"The Empresses" by Damien Hirst
“I just made these 5 mega red glitter prints! I thought the idea was good but seeing them now, real, they feel like they are unlocking the unfathomable mysteries of the universe. I don’t know why they are so good but they are... They feel powerful and important. I called them “The Empresses” and named them after five famous female rulers (...) I love art and it’s uplifting qualities and how can these not make you feel good? I love it when an idea explodes and becomes more than the sum of its parts.„
— Damien Hirst
We are delighted to present you with The Empresses; a highly-sought after limited art edition series by Damien Hirst.
This series of five glorious prints are carefully composed images of butterfly wings that create a kaleidoscope effect and are placed on a flaming red background. Each work has been carefully screen printed with glitter coat which offers that gleaming effect on them. Each Empress from this series is named after five exceptionally influential female rulers: Wu Zetian (624-705), Nūr Jahān (1577-1645), Theodora (c. 490-548), Suiko (554-628) and Taytu Betul (1851-1918). Their characters and stories are enhanced by the dominant red tone of the series, which deals with themes such as life, war, power, anger, love, joy and luck.
The Empresses, set of 5, 2022
Since the beginning of his career, Hirst has interacted with the butterfly, one of his best-known motifs. Inspired by a chance encounter in his studio and the intricate patterns found on Victorian tea trays, in The Empresses Hirst develops on the complex compositions he invented in his Kaleidoscope Paintings and Mandalas series. The Empresses prints are symmetrical, asymmetrical, and spiral patterns of meticulously organised butterflies that nonetheless exude hope and life – the butterflies feel as if they are taking flight. This effect is in part aided by the material, laminated Giclée print on aluminium composite, screen printed with diamond dust, which allows the butterfly wings to be presented in such detail that they appear lifelike.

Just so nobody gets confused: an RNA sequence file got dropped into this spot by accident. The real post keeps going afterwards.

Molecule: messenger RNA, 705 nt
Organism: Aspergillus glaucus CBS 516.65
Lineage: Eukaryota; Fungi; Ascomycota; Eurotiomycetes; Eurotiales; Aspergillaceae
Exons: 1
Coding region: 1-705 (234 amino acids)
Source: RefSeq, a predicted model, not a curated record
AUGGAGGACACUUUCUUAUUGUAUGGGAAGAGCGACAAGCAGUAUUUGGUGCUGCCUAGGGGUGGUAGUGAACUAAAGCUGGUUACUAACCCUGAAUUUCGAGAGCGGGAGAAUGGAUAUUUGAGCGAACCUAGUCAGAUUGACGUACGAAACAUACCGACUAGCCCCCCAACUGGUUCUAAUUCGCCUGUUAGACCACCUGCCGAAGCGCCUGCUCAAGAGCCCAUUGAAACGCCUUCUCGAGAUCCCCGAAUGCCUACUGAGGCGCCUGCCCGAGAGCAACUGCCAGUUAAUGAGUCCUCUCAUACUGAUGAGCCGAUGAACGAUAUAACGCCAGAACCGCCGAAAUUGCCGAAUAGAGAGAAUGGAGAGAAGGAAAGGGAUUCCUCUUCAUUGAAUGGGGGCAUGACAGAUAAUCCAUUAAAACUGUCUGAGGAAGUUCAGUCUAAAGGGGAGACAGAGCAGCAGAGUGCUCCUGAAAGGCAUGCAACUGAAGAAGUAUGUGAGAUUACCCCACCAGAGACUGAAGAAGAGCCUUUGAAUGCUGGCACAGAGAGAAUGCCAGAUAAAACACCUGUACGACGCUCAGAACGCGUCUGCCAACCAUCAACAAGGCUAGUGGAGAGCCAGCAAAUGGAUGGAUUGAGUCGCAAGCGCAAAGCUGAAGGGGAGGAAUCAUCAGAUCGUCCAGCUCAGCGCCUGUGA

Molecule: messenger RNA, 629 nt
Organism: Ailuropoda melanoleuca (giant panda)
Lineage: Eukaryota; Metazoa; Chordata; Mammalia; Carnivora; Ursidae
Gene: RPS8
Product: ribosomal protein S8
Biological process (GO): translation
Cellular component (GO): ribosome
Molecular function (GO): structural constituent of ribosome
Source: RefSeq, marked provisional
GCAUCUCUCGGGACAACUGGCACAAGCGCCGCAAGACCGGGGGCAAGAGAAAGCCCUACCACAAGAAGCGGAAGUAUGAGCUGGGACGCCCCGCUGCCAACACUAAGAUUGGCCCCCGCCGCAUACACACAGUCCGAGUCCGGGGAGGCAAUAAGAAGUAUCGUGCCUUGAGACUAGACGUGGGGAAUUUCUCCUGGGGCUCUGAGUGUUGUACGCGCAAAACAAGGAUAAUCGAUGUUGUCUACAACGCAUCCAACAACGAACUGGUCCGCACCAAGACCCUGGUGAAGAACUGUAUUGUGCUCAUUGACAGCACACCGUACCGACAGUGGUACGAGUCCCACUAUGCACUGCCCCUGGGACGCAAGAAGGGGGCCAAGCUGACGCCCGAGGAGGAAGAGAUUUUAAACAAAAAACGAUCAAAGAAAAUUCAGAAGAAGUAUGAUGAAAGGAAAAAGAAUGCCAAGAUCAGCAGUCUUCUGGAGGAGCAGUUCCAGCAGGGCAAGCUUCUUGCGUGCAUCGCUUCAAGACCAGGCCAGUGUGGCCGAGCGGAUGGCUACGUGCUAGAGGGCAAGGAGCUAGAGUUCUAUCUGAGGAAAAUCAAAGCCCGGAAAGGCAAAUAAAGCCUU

The images of wings inspire awe and are framed by diamond dust, a fantastically tactile material previously used by Hirst in his paintings. Diamond dust is loved for its playfulness and joy – a sentiment echoed in the play-on-words of the series title itself, which alludes to both female rulers and the Empress Butterfly. Hirst has consistently used butterflies for their associations to freedom, religion, life and death. The Empresses illuminates and sheds light on these themes. Through this new series, these themes become intertwined with glory, female power and the development of nations, visible through the entrancing twists and turns of these five dazzling and vital visual celebrations.
“I see butterflies as souls and part of a wider visual language. I've always described them as universal triggers; everyone loves them because of their incredible abstract fragility and beauty. It's an interesting example of how we use nature to try and express the inexpressible: love, desire, belief and the eternal.„
— Damien Hirst
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